Nearly all Senate Republicans joined their House colleagues in risky territory Wednesday by voting in support of the controversial GOP budget, authored by Rep. Paul Ryan (R-WI) — a blueprint for the country’s future that has become a political lightning rod and a defining document for the 2012 elections.
Among its most contentious features, the plan would phase out the existing Medicare program and replace it with a subsidized private insurance system for seniors; dramatically slash Medicaid spending and hand the program over to the states; cut food and nutrition programs for poor people; and allow interest rates on student loans to double; all while dramatically reducing taxes, particularly on wealthy Americans.
It’s a governing agenda many Republicans would like to wash down the memory hole. But over the past year it’s become a Kryptonite touchstone for conservative purity — a plan most Republicans feel compelled to support, but which they understand to be politically deadly.
The final vote was 41-58, shy of the 51 required for passage. The Senate GOP boxed themselves in to support of the framework by overwhelmingly voting for a similar plan last year. The budget votes in 2011 proved politically disastrous for Republicans, who had misjudged the midterm election results as enthusiasm for far-right policies. It turned out to be a dramatic overreach, and Republicans have expended a great deal of effort in the months since trying to fight Democrats to a draw on Medicare and force them into voting for major cuts to that program.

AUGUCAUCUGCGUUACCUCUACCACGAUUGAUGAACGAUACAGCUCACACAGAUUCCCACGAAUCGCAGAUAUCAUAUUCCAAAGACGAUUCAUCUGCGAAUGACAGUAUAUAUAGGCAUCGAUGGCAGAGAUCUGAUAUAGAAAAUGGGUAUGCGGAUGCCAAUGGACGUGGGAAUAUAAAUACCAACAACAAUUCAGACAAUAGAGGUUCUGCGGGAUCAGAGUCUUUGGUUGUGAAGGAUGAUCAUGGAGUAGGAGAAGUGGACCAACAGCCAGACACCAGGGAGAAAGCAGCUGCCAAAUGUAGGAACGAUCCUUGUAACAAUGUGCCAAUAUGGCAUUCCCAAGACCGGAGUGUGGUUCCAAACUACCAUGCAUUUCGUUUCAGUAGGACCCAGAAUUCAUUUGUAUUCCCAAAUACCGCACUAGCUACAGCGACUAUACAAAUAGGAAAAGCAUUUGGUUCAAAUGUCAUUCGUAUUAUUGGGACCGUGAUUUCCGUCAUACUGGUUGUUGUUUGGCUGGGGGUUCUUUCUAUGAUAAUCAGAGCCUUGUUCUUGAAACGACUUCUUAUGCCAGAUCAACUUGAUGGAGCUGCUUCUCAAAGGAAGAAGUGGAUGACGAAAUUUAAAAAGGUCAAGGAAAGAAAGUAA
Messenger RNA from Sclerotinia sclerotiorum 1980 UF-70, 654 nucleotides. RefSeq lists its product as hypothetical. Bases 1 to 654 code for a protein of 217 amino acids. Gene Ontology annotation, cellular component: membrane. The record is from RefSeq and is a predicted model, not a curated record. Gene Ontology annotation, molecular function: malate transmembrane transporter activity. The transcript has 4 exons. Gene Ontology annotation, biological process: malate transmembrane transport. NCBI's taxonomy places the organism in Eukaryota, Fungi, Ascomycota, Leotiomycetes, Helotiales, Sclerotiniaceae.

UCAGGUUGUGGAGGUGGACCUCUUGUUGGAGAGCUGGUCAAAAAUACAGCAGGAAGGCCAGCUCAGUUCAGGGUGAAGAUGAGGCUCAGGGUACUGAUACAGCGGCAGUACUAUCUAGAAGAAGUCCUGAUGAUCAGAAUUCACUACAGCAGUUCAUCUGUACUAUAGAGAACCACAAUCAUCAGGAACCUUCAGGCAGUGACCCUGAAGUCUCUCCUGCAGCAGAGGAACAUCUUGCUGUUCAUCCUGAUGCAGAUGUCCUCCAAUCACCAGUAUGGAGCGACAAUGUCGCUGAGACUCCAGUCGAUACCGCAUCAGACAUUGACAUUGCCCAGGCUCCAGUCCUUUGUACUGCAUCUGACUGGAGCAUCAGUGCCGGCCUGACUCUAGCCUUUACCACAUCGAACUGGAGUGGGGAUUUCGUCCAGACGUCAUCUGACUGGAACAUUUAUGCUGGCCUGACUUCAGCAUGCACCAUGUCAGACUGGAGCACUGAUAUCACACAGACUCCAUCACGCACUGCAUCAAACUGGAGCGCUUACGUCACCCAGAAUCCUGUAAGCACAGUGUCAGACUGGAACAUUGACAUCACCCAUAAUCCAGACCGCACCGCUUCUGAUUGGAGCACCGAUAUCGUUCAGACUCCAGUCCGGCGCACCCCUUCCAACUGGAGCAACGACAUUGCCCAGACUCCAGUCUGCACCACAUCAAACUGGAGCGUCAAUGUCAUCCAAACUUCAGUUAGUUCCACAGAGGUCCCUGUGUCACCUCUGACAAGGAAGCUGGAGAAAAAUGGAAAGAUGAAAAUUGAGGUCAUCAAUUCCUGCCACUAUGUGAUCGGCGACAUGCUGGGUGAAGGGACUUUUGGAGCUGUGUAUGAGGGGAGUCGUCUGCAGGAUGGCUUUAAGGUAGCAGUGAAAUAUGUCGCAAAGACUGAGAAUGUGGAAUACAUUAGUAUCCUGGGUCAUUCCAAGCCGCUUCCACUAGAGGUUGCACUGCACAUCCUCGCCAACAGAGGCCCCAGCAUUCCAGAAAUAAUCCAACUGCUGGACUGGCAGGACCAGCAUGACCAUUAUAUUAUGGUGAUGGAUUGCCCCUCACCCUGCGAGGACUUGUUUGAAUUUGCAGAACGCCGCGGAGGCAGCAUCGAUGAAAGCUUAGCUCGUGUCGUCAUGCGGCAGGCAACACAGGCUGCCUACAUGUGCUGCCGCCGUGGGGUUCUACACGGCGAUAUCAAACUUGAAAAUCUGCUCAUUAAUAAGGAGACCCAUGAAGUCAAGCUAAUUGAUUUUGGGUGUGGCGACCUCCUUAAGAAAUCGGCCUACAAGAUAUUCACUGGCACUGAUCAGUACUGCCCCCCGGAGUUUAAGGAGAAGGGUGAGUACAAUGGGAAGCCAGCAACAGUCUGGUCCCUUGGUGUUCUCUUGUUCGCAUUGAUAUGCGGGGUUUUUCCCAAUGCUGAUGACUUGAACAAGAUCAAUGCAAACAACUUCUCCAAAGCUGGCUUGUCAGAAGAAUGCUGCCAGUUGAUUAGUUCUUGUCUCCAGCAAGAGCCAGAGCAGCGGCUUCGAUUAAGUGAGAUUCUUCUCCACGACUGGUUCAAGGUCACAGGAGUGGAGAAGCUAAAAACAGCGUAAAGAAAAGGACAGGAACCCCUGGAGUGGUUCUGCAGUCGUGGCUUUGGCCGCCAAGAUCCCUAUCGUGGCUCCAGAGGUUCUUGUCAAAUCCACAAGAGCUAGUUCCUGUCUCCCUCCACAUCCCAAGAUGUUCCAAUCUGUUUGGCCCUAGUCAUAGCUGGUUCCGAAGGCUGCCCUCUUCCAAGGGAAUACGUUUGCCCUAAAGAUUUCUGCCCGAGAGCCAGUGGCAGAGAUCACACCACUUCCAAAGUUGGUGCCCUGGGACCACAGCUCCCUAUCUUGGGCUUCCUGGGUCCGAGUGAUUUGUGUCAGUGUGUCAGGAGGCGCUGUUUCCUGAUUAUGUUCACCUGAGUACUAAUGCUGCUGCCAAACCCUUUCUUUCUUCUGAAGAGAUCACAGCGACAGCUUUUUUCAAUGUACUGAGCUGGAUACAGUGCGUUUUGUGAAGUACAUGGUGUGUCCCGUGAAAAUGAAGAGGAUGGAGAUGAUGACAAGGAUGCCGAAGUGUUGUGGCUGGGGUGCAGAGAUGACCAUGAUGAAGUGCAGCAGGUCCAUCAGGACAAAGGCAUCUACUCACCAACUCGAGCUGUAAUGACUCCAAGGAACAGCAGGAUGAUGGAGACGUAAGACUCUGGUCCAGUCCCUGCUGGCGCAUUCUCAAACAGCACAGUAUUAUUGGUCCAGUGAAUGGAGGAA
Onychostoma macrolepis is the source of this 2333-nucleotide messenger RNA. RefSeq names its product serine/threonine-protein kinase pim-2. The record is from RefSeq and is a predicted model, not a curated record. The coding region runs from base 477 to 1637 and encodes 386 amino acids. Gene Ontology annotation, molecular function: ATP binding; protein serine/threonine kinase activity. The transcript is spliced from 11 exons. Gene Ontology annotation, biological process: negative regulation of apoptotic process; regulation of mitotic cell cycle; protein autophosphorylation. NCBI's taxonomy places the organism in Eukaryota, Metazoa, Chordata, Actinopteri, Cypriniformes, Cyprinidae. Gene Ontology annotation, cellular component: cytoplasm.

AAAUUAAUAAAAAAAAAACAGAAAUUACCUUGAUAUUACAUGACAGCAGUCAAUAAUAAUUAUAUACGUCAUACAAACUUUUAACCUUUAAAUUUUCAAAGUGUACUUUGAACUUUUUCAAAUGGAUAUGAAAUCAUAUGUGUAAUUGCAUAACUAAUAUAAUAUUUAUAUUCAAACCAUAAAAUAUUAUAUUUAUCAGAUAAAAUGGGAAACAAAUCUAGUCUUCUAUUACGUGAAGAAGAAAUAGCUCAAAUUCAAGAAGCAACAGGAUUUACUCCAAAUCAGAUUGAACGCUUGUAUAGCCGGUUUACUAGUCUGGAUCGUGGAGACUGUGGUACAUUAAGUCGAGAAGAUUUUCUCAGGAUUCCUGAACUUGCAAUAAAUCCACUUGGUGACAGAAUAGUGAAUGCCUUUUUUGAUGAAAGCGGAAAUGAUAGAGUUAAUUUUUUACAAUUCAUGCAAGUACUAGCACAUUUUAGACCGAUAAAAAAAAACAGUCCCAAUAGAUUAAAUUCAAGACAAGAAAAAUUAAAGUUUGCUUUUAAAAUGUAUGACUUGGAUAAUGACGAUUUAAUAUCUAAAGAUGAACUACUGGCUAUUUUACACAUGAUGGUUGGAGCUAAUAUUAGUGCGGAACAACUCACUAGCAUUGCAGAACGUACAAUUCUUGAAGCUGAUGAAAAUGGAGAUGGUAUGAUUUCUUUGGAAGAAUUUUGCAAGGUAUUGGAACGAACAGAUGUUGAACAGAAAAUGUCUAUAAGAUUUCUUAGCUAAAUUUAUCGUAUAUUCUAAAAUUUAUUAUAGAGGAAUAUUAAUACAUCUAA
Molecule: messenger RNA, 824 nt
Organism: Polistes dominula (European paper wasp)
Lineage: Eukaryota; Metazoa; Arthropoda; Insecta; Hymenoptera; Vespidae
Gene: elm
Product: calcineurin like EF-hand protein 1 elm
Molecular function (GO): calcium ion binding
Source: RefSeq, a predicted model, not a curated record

But they’ve been unable to walk away from their agenda — and Democrats were thrilled to force their GOP counterparts to embrace it all over again on the Senate floor.
Republicans used the opportunity to embarrass President Obama, by proposing a rendition of his own budget — it failed on a 0-99 vote.
Sens. Pat Toomey (R-PA), Rand Paul (R-KY), and Mike Lee (R-UT) also introduced their own, vastly more conservative budget resolutions Wednesday.
Brian Beutler is TPM's senior congressional reporter. Since 2009, he's led coverage of health care reform, Wall Street reform, taxes, the GOP budget, the government shutdown fight, and the debt limit fight. He can be reached at email@example.com.